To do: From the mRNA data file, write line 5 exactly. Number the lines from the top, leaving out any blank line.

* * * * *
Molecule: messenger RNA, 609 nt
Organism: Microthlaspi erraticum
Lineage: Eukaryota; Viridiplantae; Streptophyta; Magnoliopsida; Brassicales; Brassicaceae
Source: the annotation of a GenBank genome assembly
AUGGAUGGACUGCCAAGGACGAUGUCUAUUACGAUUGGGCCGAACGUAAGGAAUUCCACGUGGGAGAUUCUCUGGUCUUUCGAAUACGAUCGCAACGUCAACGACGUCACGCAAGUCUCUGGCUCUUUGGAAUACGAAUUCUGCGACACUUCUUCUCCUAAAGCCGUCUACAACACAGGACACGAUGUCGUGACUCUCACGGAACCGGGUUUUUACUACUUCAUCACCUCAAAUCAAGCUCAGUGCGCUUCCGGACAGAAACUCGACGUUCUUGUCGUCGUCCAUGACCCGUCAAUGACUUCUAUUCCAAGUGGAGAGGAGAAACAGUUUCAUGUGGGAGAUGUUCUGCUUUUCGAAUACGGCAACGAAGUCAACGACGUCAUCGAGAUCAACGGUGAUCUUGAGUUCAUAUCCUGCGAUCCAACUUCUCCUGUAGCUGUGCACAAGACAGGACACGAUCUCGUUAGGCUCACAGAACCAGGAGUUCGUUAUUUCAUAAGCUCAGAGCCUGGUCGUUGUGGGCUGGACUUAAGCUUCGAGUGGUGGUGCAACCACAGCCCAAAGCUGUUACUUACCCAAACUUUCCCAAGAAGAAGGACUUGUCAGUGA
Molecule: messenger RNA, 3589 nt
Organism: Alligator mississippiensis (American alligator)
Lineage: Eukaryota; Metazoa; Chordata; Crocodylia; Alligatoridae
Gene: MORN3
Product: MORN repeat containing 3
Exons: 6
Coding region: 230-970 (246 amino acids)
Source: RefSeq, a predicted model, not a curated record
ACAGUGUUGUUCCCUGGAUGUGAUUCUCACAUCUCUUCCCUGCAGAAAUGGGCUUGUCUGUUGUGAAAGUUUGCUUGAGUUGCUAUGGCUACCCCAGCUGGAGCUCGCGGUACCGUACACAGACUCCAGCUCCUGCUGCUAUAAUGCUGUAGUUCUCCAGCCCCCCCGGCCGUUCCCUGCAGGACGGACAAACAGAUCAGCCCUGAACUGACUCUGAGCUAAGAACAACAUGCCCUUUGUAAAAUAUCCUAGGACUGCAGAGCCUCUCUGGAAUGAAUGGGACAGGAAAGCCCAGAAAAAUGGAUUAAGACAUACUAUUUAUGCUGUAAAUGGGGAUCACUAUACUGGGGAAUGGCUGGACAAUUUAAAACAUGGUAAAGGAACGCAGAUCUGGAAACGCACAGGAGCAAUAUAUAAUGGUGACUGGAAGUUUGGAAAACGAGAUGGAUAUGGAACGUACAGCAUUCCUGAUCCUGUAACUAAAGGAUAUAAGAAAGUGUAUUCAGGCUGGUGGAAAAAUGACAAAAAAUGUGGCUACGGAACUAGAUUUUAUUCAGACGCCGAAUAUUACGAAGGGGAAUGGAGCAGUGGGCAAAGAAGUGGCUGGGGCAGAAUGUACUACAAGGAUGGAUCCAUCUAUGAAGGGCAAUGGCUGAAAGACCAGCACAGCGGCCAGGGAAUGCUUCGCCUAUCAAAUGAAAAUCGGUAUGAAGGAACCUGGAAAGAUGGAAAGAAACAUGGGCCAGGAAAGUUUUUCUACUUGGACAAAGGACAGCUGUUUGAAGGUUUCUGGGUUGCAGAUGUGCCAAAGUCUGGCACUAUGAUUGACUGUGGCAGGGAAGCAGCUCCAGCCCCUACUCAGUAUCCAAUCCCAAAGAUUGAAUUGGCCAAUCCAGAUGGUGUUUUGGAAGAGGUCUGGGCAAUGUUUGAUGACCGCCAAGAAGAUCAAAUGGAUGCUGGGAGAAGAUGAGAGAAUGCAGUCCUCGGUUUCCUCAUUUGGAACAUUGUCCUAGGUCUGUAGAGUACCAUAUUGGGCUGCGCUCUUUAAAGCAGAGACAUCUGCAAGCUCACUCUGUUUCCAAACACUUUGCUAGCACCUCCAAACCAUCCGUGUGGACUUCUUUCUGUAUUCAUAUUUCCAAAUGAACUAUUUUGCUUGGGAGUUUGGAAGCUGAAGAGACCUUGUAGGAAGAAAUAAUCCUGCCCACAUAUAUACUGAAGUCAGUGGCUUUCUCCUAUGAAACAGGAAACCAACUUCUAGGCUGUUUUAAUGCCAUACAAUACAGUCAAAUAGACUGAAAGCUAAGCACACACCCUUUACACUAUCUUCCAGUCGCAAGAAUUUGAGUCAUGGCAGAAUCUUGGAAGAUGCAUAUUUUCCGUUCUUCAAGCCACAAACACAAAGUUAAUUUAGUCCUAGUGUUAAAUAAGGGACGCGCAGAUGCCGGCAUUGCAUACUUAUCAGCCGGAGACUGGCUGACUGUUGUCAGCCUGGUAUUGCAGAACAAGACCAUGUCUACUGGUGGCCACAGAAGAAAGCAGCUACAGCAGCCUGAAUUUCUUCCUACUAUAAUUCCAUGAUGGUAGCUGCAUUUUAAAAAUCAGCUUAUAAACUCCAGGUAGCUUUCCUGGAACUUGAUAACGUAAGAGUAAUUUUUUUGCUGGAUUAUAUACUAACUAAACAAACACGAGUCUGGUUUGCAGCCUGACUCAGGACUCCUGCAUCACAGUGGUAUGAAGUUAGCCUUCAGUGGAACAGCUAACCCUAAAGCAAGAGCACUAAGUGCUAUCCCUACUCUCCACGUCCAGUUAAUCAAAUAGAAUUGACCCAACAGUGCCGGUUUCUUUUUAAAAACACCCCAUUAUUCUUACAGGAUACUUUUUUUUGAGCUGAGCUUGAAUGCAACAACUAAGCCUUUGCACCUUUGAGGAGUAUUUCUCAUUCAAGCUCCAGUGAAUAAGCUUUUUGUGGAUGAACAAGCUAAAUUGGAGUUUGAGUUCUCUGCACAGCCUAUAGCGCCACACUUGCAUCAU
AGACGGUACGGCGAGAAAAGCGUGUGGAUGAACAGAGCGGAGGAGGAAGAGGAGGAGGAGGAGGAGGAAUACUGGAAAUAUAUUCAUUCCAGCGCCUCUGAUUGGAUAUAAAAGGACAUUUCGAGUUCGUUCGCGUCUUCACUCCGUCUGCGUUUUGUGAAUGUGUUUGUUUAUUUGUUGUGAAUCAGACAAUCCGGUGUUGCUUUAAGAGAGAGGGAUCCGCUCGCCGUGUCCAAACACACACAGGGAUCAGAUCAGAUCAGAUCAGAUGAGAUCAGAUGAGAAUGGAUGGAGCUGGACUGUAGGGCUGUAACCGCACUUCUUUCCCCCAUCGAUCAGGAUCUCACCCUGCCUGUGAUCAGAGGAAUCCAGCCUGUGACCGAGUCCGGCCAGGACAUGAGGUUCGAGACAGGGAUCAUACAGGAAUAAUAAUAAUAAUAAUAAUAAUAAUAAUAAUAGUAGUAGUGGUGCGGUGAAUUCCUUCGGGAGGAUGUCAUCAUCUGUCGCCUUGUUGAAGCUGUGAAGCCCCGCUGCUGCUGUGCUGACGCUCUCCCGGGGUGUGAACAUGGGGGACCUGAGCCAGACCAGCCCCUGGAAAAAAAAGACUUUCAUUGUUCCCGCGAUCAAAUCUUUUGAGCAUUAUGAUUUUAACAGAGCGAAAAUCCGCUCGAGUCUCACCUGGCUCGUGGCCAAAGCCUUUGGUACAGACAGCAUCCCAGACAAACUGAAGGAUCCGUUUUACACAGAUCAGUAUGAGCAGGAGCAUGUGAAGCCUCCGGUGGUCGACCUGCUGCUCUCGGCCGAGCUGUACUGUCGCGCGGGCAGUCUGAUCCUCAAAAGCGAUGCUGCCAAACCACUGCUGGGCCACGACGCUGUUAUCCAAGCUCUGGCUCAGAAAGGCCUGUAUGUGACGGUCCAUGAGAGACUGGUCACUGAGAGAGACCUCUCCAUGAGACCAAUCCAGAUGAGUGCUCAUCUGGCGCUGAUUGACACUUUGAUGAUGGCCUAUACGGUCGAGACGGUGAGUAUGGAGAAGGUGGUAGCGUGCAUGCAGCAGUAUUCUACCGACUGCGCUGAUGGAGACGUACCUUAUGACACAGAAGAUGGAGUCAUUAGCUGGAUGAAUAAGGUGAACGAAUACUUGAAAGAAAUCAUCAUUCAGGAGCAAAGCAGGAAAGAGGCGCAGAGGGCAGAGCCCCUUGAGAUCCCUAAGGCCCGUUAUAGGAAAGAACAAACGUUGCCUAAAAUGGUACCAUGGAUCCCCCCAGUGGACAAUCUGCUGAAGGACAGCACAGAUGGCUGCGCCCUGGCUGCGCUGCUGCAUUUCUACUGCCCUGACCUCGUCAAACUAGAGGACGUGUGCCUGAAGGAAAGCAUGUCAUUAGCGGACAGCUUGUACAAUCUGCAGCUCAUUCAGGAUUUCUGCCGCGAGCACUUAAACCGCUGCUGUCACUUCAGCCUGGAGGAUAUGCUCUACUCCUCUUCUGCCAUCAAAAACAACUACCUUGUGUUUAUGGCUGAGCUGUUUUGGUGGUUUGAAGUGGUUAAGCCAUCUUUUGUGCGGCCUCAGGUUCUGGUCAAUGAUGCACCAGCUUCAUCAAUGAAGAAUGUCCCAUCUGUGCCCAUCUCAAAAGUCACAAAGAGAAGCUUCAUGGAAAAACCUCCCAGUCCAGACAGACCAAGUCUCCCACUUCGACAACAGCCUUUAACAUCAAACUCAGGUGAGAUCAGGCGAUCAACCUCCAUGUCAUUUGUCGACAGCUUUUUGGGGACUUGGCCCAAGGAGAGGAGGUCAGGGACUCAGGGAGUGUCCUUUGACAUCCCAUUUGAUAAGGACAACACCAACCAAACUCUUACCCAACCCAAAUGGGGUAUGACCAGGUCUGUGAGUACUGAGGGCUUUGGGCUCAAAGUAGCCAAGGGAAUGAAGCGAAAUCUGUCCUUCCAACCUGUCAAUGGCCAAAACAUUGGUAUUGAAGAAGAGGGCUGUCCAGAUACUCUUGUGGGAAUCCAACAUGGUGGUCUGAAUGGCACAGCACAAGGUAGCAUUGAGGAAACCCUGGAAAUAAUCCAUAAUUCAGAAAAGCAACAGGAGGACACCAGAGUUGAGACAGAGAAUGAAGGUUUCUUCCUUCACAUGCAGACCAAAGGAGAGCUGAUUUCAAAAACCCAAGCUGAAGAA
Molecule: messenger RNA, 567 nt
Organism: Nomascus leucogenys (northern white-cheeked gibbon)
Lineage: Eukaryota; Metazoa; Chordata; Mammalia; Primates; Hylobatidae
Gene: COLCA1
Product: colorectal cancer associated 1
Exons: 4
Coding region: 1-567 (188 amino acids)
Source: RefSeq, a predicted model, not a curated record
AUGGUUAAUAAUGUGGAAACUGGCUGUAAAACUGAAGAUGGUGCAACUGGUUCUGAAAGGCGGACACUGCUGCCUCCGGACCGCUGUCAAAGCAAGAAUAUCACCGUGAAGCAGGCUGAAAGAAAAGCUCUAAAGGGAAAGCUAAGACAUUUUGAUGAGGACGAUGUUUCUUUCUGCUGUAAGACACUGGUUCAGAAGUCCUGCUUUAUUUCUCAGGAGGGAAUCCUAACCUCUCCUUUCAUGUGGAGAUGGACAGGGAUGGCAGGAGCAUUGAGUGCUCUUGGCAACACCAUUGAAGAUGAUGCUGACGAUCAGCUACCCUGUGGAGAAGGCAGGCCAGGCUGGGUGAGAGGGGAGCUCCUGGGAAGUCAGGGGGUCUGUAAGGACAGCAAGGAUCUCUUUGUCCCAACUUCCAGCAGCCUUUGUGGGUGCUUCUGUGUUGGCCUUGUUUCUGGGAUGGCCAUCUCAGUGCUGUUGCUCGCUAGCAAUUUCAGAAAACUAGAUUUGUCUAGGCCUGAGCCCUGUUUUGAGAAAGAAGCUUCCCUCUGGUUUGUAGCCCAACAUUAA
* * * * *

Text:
AUGGAUGGACUGCCAAGGACGAUGUCUAUUACGAUUGGGCCGAACGUAAGGAAUUCCACGUGGGAGAUUCUCUGGUCUUUCGAAUACGAUCGCAACGUCAACGACGUCACGCAAGUCUCUGGCUCUUUGGAAUACGAAUUCUGCGACACUUCUUCUCCUAAAGCCGUCUACAACACAGGACACGAUGUCGUGACUCUCACGGAACCGGGUUUUUACUACUUCAUCACCUCAAAUCAAGCUCAGUGCGCUUCCGGACAGAAACUCGACGUUCUUGUCGUCGUCCAUGACCCGUCAAUGACUUCUAUUCCAAGUGGAGAGGAGAAACAGUUUCAUGUGGGAGAUGUUCUGCUUUUCGAAUACGGCAACGAAGUCAACGACGUCAUCGAGAUCAACGGUGAUCUUGAGUUCAUAUCCUGCGAUCCAACUUCUCCUGUAGCUGUGCACAAGACAGGACACGAUCUCGUUAGGCUCACAGAACCAGGAGUUCGUUAUUUCAUAAGCUCAGAGCCUGGUCGUUGUGGGCUGGACUUAAGCUUCGAGUGGUGGUGCAACCACAGCCCAAAGCUGUUACUUACCCAAACUUUCCCAAGAAGAAGGACUUGUCAGUGA